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Lift Limits on Saturated Fats in Health Guidelines, Urge Scientists

March 4, 2020


Jim Dickrell

The United States Department of Agriculture and the U.S. Department of Health and Human Services are being urged to lift limits on saturated fats in their upcoming 2020-2025 Dietary Guidelines for Americans.


The request comes from 10 top nutrition scientists from the United States, Canada and Denmark. Three of these scientists include former members of the Dietary Guidelines Advisory Committee.


“We conclude there is no strong scientific evidence that the current population-wide upper limits on commonly consumed saturated fats in the United States will prevent cardiovascular disease or reduce mortality,” say the scientists. “A continued limit on these fats is therefore not justified.”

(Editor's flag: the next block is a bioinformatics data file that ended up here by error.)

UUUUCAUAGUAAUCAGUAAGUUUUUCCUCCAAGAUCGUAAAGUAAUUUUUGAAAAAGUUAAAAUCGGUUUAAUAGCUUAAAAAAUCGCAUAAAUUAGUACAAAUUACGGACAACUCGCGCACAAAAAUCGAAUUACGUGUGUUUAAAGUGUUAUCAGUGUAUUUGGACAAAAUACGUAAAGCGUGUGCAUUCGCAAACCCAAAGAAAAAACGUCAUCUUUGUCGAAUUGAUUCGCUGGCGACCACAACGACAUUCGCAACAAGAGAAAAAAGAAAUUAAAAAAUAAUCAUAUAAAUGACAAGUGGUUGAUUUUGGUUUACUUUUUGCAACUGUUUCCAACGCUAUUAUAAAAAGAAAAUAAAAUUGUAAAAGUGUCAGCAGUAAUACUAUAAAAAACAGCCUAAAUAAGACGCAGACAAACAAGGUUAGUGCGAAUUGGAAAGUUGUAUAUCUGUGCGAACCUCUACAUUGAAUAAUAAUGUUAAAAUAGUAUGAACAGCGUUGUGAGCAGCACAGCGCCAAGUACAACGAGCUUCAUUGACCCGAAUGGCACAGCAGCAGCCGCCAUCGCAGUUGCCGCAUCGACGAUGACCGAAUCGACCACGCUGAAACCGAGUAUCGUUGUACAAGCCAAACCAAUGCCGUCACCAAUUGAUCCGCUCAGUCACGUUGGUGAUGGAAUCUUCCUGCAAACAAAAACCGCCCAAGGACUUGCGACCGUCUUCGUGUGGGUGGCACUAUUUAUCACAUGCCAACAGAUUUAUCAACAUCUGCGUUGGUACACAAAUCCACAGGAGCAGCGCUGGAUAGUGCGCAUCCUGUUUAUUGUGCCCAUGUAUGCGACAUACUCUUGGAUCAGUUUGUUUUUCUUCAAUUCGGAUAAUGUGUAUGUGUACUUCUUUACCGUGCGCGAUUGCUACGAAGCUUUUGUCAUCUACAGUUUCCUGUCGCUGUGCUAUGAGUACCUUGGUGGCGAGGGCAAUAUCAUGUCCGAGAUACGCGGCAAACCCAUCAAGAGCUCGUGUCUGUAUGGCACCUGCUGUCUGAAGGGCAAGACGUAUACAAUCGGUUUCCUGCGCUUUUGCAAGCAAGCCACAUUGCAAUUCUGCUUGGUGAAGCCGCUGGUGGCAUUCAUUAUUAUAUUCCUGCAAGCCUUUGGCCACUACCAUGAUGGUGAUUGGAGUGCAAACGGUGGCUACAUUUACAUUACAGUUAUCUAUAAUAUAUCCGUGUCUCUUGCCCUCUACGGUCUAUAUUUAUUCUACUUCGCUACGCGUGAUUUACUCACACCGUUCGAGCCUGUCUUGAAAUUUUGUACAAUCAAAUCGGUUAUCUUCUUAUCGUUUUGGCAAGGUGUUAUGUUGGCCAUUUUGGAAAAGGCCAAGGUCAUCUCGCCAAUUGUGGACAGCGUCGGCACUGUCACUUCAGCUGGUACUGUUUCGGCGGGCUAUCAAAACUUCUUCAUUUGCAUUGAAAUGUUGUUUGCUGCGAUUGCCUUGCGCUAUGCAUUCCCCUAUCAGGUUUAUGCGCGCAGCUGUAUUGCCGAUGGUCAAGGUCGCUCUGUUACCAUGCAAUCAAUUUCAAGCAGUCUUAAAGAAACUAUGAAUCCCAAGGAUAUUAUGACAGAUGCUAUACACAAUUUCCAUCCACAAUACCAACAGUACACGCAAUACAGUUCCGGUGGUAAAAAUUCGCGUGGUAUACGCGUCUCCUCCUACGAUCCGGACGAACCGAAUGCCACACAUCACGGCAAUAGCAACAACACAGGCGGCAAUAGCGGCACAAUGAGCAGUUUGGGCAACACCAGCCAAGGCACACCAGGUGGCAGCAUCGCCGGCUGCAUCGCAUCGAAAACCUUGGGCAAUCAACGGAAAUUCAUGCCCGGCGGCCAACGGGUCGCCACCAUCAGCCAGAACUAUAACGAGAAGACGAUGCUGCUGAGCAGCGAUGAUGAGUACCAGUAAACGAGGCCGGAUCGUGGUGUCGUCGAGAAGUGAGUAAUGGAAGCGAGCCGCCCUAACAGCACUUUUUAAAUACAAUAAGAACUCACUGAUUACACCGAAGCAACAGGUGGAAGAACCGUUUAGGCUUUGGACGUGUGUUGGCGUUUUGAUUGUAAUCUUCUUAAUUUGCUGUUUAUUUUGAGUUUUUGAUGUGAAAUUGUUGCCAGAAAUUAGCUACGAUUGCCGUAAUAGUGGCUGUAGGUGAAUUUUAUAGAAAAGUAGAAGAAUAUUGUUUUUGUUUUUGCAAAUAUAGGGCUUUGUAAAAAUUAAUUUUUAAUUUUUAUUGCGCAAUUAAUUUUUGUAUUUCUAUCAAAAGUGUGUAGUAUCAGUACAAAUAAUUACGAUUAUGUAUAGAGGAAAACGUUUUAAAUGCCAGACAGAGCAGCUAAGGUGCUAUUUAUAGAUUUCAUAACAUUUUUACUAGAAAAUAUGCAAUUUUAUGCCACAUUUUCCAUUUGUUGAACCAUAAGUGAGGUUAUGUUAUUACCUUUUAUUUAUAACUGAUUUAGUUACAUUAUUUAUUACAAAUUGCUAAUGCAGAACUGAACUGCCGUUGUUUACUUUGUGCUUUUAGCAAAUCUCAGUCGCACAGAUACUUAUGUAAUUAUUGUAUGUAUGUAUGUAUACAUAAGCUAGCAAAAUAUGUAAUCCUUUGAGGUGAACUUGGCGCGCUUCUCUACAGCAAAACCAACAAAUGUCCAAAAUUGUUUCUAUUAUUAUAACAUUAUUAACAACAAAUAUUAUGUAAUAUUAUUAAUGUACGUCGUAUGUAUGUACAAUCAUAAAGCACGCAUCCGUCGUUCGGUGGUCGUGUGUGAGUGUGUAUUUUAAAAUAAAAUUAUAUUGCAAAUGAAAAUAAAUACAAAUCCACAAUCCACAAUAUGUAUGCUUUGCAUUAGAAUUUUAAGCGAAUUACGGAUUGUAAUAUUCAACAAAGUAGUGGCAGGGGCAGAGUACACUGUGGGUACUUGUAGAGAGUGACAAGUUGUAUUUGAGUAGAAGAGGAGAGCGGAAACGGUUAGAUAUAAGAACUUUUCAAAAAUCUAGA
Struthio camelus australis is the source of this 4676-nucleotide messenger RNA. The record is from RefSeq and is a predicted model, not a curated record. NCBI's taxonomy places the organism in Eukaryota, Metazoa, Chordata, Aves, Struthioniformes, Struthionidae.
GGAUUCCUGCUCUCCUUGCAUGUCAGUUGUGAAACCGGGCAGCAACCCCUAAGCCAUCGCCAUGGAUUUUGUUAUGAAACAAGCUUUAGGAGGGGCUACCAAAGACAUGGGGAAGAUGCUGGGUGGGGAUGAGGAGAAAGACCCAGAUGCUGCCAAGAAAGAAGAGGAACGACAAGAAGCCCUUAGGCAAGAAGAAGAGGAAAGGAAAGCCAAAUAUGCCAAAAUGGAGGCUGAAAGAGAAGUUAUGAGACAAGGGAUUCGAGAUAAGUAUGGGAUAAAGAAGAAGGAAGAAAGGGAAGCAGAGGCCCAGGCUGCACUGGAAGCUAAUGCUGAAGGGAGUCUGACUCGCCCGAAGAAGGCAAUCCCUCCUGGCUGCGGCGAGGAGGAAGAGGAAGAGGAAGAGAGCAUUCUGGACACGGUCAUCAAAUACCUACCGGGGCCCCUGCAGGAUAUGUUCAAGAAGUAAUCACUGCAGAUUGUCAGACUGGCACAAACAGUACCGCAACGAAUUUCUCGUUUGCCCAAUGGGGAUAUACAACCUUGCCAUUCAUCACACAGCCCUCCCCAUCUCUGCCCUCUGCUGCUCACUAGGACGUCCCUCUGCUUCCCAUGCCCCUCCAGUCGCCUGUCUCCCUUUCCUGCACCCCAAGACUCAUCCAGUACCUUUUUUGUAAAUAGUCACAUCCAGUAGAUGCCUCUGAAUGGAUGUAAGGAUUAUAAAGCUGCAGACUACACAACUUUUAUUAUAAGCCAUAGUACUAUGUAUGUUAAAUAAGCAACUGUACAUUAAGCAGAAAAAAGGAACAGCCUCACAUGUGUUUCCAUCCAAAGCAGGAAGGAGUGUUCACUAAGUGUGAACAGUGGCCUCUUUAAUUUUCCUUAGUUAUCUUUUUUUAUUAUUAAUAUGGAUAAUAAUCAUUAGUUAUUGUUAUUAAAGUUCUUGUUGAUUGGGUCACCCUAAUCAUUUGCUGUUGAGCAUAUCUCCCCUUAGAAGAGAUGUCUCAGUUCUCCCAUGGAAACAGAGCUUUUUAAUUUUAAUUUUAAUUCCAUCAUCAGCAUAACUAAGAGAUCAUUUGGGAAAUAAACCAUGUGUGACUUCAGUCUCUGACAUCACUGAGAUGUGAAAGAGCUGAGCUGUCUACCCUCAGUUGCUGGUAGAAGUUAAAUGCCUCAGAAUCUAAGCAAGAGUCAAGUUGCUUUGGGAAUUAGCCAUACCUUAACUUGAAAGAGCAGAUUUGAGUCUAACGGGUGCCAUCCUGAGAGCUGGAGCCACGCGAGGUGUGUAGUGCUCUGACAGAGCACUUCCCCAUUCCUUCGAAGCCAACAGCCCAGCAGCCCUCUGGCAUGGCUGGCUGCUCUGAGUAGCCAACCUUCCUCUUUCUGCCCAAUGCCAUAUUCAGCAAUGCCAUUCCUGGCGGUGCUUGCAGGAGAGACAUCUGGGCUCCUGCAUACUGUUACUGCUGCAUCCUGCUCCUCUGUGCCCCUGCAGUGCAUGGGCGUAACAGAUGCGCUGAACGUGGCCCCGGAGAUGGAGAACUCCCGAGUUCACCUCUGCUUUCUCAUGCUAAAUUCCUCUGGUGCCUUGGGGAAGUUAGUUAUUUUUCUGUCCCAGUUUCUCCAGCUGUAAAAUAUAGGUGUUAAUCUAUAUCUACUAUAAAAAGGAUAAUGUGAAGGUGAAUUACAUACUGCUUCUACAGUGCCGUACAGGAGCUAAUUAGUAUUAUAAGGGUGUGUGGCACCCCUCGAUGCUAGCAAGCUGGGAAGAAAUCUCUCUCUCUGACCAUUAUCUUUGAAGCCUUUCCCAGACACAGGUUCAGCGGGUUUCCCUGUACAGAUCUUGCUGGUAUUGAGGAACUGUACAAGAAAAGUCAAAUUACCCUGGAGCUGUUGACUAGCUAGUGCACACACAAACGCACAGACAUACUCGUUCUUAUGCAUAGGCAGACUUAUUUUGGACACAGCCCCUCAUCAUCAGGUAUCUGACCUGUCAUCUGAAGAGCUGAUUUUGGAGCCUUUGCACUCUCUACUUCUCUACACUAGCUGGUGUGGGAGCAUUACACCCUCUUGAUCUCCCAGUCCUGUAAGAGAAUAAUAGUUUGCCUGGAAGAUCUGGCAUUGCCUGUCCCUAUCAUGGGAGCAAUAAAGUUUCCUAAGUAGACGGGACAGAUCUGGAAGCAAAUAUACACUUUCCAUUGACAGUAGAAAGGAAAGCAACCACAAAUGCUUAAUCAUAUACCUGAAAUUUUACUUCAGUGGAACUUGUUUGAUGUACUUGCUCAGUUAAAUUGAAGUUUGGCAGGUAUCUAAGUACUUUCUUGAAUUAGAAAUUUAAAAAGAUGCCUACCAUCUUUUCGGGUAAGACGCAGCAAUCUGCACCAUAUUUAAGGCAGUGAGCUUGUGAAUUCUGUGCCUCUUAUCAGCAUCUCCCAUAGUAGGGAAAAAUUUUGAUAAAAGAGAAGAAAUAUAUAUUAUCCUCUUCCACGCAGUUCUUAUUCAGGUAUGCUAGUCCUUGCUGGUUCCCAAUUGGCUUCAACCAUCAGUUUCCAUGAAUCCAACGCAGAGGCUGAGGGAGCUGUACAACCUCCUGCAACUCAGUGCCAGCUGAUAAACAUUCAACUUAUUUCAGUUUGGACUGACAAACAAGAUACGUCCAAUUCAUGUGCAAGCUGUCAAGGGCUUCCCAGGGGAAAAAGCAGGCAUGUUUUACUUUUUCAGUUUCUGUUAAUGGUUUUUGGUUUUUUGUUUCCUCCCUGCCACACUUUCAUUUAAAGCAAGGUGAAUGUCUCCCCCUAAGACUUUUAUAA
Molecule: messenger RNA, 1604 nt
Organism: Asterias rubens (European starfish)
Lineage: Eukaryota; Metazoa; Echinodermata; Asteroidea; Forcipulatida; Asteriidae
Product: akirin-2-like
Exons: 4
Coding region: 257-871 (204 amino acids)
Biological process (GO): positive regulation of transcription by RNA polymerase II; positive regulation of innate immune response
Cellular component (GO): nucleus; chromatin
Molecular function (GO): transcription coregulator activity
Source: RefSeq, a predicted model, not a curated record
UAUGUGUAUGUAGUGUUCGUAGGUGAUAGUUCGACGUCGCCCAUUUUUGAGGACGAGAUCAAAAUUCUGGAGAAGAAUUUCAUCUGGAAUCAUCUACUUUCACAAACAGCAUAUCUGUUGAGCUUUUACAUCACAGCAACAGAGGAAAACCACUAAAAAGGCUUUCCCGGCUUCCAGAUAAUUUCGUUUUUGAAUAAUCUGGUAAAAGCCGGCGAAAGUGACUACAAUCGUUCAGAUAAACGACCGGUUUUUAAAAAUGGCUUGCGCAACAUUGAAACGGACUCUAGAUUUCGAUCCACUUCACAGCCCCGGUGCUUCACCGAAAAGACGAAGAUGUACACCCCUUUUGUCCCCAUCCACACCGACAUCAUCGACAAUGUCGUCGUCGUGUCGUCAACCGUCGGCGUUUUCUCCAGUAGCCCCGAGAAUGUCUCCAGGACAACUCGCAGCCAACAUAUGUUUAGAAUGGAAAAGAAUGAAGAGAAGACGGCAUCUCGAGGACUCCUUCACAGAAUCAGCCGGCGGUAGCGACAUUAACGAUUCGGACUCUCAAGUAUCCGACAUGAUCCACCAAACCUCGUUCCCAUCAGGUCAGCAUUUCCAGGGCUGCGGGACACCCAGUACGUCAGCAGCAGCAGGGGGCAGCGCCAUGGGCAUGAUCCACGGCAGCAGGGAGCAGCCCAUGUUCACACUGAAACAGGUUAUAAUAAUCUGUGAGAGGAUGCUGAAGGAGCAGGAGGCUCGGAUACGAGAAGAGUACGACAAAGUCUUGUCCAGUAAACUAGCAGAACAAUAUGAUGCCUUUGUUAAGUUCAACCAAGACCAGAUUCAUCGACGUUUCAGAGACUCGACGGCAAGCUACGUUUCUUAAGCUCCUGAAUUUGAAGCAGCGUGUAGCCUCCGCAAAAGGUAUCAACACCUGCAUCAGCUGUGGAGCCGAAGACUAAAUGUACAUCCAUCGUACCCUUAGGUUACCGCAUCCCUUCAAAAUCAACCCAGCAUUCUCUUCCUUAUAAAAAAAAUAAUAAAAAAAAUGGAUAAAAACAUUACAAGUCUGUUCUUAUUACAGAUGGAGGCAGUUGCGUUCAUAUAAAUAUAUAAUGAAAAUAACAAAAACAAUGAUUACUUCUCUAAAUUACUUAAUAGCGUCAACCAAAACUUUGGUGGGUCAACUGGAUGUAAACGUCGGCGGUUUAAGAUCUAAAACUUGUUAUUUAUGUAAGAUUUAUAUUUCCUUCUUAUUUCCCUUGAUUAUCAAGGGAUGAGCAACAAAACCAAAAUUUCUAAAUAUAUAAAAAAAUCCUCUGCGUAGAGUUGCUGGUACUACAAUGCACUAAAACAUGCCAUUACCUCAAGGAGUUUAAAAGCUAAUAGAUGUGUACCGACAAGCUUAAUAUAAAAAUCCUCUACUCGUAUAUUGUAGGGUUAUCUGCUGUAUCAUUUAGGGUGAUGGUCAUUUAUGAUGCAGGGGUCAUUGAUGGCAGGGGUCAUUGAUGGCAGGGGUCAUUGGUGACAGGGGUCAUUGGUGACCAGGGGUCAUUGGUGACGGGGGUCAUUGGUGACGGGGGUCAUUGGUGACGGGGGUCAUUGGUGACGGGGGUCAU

They also note that there is evidence that saturated-fat intake may be associated with a lower risk of experiencing a stroke.


Cary Frye, senior vice president of regulatory affairs for the International Dairy Foods Association also notes: “While [higher fat versions of dairy products] do have higher levels of saturated fat than low-fat versions, a growing body of evidence indicates that consumption of full-fat dairy foods like milk, cheese and yogurt is not associated with higher risk of negative health outcomes, including obesity, diabetes and heart disease.


“Moreover, a summary of multiple studies of full-fat dairy foods found that the evidence showed no association with high blood pressure, cardiovascular disease, and type 2 diabetes. Some of the studies reviewed showed full-fat dairy was associated with lower risk of obesity.”


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